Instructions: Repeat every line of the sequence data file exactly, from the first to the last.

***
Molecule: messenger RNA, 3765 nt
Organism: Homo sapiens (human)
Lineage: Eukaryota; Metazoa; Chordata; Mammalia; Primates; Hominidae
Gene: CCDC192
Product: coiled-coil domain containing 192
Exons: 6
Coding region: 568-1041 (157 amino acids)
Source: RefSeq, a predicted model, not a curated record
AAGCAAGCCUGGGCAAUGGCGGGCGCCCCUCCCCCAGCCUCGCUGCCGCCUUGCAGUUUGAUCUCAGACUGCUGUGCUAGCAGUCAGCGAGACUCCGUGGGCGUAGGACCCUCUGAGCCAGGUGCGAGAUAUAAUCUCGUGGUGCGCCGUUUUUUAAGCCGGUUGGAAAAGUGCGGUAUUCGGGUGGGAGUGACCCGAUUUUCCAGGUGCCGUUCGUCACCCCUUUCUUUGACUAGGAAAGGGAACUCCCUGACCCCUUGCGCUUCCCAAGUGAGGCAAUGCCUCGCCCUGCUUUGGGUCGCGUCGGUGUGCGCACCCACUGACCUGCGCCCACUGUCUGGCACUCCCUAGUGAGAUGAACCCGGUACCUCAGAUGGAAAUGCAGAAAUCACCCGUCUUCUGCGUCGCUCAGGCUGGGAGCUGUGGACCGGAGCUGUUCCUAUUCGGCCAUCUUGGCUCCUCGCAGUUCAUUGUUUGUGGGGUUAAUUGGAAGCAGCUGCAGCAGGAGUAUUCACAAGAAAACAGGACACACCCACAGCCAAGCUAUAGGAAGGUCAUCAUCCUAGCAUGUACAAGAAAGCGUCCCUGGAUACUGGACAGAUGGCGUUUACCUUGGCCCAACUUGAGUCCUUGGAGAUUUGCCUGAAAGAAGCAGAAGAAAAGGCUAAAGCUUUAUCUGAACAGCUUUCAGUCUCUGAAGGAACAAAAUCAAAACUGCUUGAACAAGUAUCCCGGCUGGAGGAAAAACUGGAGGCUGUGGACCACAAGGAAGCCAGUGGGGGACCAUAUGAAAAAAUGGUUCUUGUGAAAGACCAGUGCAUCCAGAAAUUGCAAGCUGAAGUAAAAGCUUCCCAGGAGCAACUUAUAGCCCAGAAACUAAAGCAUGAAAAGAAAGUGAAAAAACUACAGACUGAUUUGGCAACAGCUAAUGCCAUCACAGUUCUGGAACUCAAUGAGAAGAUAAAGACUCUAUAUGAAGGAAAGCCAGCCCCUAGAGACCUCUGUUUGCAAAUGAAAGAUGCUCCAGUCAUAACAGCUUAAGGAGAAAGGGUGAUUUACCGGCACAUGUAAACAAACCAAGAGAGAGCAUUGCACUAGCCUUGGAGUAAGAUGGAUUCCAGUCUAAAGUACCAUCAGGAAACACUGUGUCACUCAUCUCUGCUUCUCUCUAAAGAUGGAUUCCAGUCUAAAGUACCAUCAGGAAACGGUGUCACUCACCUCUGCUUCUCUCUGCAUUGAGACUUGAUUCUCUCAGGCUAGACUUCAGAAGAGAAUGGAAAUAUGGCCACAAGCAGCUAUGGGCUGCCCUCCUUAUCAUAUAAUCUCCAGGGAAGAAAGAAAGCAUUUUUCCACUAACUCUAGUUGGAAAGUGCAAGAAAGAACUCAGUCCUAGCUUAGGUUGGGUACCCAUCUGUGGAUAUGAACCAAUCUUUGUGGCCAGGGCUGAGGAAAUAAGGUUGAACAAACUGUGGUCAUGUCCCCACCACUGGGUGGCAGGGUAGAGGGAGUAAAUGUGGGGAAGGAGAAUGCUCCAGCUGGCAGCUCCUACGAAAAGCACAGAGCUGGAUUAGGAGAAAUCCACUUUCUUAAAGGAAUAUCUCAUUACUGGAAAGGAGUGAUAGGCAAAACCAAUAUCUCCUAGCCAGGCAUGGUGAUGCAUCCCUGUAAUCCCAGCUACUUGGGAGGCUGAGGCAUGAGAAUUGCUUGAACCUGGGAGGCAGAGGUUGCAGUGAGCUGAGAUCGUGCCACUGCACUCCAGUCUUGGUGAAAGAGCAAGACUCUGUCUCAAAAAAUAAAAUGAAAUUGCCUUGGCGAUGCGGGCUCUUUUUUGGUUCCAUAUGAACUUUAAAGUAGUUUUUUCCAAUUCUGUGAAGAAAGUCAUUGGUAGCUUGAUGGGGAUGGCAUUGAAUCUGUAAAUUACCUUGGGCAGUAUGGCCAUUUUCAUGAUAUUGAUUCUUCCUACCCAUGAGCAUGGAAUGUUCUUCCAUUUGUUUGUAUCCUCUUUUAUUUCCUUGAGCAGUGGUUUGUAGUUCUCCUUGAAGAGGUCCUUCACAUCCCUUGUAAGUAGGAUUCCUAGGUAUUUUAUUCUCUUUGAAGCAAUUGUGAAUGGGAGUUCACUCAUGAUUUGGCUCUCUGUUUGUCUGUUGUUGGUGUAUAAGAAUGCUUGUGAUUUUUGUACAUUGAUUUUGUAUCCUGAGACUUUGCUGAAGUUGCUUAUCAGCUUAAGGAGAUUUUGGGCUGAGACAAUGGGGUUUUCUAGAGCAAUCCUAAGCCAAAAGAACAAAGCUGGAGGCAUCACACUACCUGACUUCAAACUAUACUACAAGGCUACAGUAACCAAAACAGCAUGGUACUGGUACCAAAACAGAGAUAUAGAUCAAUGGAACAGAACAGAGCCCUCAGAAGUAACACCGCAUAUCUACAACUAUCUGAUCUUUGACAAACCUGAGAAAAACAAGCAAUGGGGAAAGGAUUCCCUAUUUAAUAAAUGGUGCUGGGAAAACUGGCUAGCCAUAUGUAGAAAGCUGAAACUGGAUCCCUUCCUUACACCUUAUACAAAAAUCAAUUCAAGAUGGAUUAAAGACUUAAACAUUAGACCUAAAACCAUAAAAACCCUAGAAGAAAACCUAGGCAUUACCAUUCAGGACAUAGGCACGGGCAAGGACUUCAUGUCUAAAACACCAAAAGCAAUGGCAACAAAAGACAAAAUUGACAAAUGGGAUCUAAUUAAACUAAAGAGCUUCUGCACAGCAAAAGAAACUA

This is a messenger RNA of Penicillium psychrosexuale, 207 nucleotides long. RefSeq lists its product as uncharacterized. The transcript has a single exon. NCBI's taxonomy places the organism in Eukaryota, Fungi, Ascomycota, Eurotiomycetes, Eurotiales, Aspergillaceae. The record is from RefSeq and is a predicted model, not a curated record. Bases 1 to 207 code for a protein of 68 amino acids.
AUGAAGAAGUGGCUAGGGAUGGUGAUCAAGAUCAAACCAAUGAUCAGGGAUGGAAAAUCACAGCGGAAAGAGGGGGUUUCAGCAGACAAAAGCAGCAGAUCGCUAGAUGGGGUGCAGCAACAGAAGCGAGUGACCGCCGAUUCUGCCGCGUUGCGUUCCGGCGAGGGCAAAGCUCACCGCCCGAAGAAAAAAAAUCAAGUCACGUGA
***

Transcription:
Molecule: messenger RNA, 3765 nt
Organism: Homo sapiens (human)
Lineage: Eukaryota; Metazoa; Chordata; Mammalia; Primates; Hominidae
Gene: CCDC192
Product: coiled-coil domain containing 192
Exons: 6
Coding region: 568-1041 (157 amino acids)
Source: RefSeq, a predicted model, not a curated record
AAGCAAGCCUGGGCAAUGGCGGGCGCCCCUCCCCCAGCCUCGCUGCCGCCUUGCAGUUUGAUCUCAGACUGCUGUGCUAGCAGUCAGCGAGACUCCGUGGGCGUAGGACCCUCUGAGCCAGGUGCGAGAUAUAAUCUCGUGGUGCGCCGUUUUUUAAGCCGGUUGGAAAAGUGCGGUAUUCGGGUGGGAGUGACCCGAUUUUCCAGGUGCCGUUCGUCACCCCUUUCUUUGACUAGGAAAGGGAACUCCCUGACCCCUUGCGCUUCCCAAGUGAGGCAAUGCCUCGCCCUGCUUUGGGUCGCGUCGGUGUGCGCACCCACUGACCUGCGCCCACUGUCUGGCACUCCCUAGUGAGAUGAACCCGGUACCUCAGAUGGAAAUGCAGAAAUCACCCGUCUUCUGCGUCGCUCAGGCUGGGAGCUGUGGACCGGAGCUGUUCCUAUUCGGCCAUCUUGGCUCCUCGCAGUUCAUUGUUUGUGGGGUUAAUUGGAAGCAGCUGCAGCAGGAGUAUUCACAAGAAAACAGGACACACCCACAGCCAAGCUAUAGGAAGGUCAUCAUCCUAGCAUGUACAAGAAAGCGUCCCUGGAUACUGGACAGAUGGCGUUUACCUUGGCCCAACUUGAGUCCUUGGAGAUUUGCCUGAAAGAAGCAGAAGAAAAGGCUAAAGCUUUAUCUGAACAGCUUUCAGUCUCUGAAGGAACAAAAUCAAAACUGCUUGAACAAGUAUCCCGGCUGGAGGAAAAACUGGAGGCUGUGGACCACAAGGAAGCCAGUGGGGGACCAUAUGAAAAAAUGGUUCUUGUGAAAGACCAGUGCAUCCAGAAAUUGCAAGCUGAAGUAAAAGCUUCCCAGGAGCAACUUAUAGCCCAGAAACUAAAGCAUGAAAAGAAAGUGAAAAAACUACAGACUGAUUUGGCAACAGCUAAUGCCAUCACAGUUCUGGAACUCAAUGAGAAGAUAAAGACUCUAUAUGAAGGAAAGCCAGCCCCUAGAGACCUCUGUUUGCAAAUGAAAGAUGCUCCAGUCAUAACAGCUUAAGGAGAAAGGGUGAUUUACCGGCACAUGUAAACAAACCAAGAGAGAGCAUUGCACUAGCCUUGGAGUAAGAUGGAUUCCAGUCUAAAGUACCAUCAGGAAACACUGUGUCACUCAUCUCUGCUUCUCUCUAAAGAUGGAUUCCAGUCUAAAGUACCAUCAGGAAACGGUGUCACUCACCUCUGCUUCUCUCUGCAUUGAGACUUGAUUCUCUCAGGCUAGACUUCAGAAGAGAAUGGAAAUAUGGCCACAAGCAGCUAUGGGCUGCCCUCCUUAUCAUAUAAUCUCCAGGGAAGAAAGAAAGCAUUUUUCCACUAACUCUAGUUGGAAAGUGCAAGAAAGAACUCAGUCCUAGCUUAGGUUGGGUACCCAUCUGUGGAUAUGAACCAAUCUUUGUGGCCAGGGCUGAGGAAAUAAGGUUGAACAAACUGUGGUCAUGUCCCCACCACUGGGUGGCAGGGUAGAGGGAGUAAAUGUGGGGAAGGAGAAUGCUCCAGCUGGCAGCUCCUACGAAAAGCACAGAGCUGGAUUAGGAGAAAUCCACUUUCUUAAAGGAAUAUCUCAUUACUGGAAAGGAGUGAUAGGCAAAACCAAUAUCUCCUAGCCAGGCAUGGUGAUGCAUCCCUGUAAUCCCAGCUACUUGGGAGGCUGAGGCAUGAGAAUUGCUUGAACCUGGGAGGCAGAGGUUGCAGUGAGCUGAGAUCGUGCCACUGCACUCCAGUCUUGGUGAAAGAGCAAGACUCUGUCUCAAAAAAUAAAAUGAAAUUGCCUUGGCGAUGCGGGCUCUUUUUUGGUUCCAUAUGAACUUUAAAGUAGUUUUUUCCAAUUCUGUGAAGAAAGUCAUUGGUAGCUUGAUGGGGAUGGCAUUGAAUCUGUAAAUUACCUUGGGCAGUAUGGCCAUUUUCAUGAUAUUGAUUCUUCCUACCCAUGAGCAUGGAAUGUUCUUCCAUUUGUUUGUAUCCUCUUUUAUUUCCUUGAGCAGUGGUUUGUAGUUCUCCUUGAAGAGGUCCUUCACAUCCCUUGUAAGUAGGAUUCCUAGGUAUUUUAUUCUCUUUGAAGCAAUUGUGAAUGGGAGUUCACUCAUGAUUUGGCUCUCUGUUUGUCUGUUGUUGGUGUAUAAGAAUGCUUGUGAUUUUUGUACAUUGAUUUUGUAUCCUGAGACUUUGCUGAAGUUGCUUAUCAGCUUAAGGAGAUUUUGGGCUGAGACAAUGGGGUUUUCUAGAGCAAUCCUAAGCCAAAAGAACAAAGCUGGAGGCAUCACACUACCUGACUUCAAACUAUACUACAAGGCUACAGUAACCAAAACAGCAUGGUACUGGUACCAAAACAGAGAUAUAGAUCAAUGGAACAGAACAGAGCCCUCAGAAGUAACACCGCAUAUCUACAACUAUCUGAUCUUUGACAAACCUGAGAAAAACAAGCAAUGGGGAAAGGAUUCCCUAUUUAAUAAAUGGUGCUGGGAAAACUGGCUAGCCAUAUGUAGAAAGCUGAAACUGGAUCCCUUCCUUACACCUUAUACAAAAAUCAAUUCAAGAUGGAUUAAAGACUUAAACAUUAGACCUAAAACCAUAAAAACCCUAGAAGAAAACCUAGGCAUUACCAUUCAGGACAUAGGCACGGGCAAGGACUUCAUGUCUAAAACACCAAAAGCAAUGGCAACAAAAGACAAAAUUGACAAAUGGGAUCUAAUUAAACUAAAGAGCUUCUGCACAGCAAAAGAAACUA

This is a messenger RNA of Penicillium psychrosexuale, 207 nucleotides long. RefSeq lists its product as uncharacterized. The transcript has a single exon. NCBI's taxonomy places the organism in Eukaryota, Fungi, Ascomycota, Eurotiomycetes, Eurotiales, Aspergillaceae. The record is from RefSeq and is a predicted model, not a curated record. Bases 1 to 207 code for a protein of 68 amino acids.
AUGAAGAAGUGGCUAGGGAUGGUGAUCAAGAUCAAACCAAUGAUCAGGGAUGGAAAAUCACAGCGGAAAGAGGGGGUUUCAGCAGACAAAAGCAGCAGAUCGCUAGAUGGGGUGCAGCAACAGAAGCGAGUGACCGCCGAUUCUGCCGCGUUGCGUUCCGGCGAGGGCAAAGCUCACCGCCCGAAGAAAAAAAAUCAAGUCACGUGA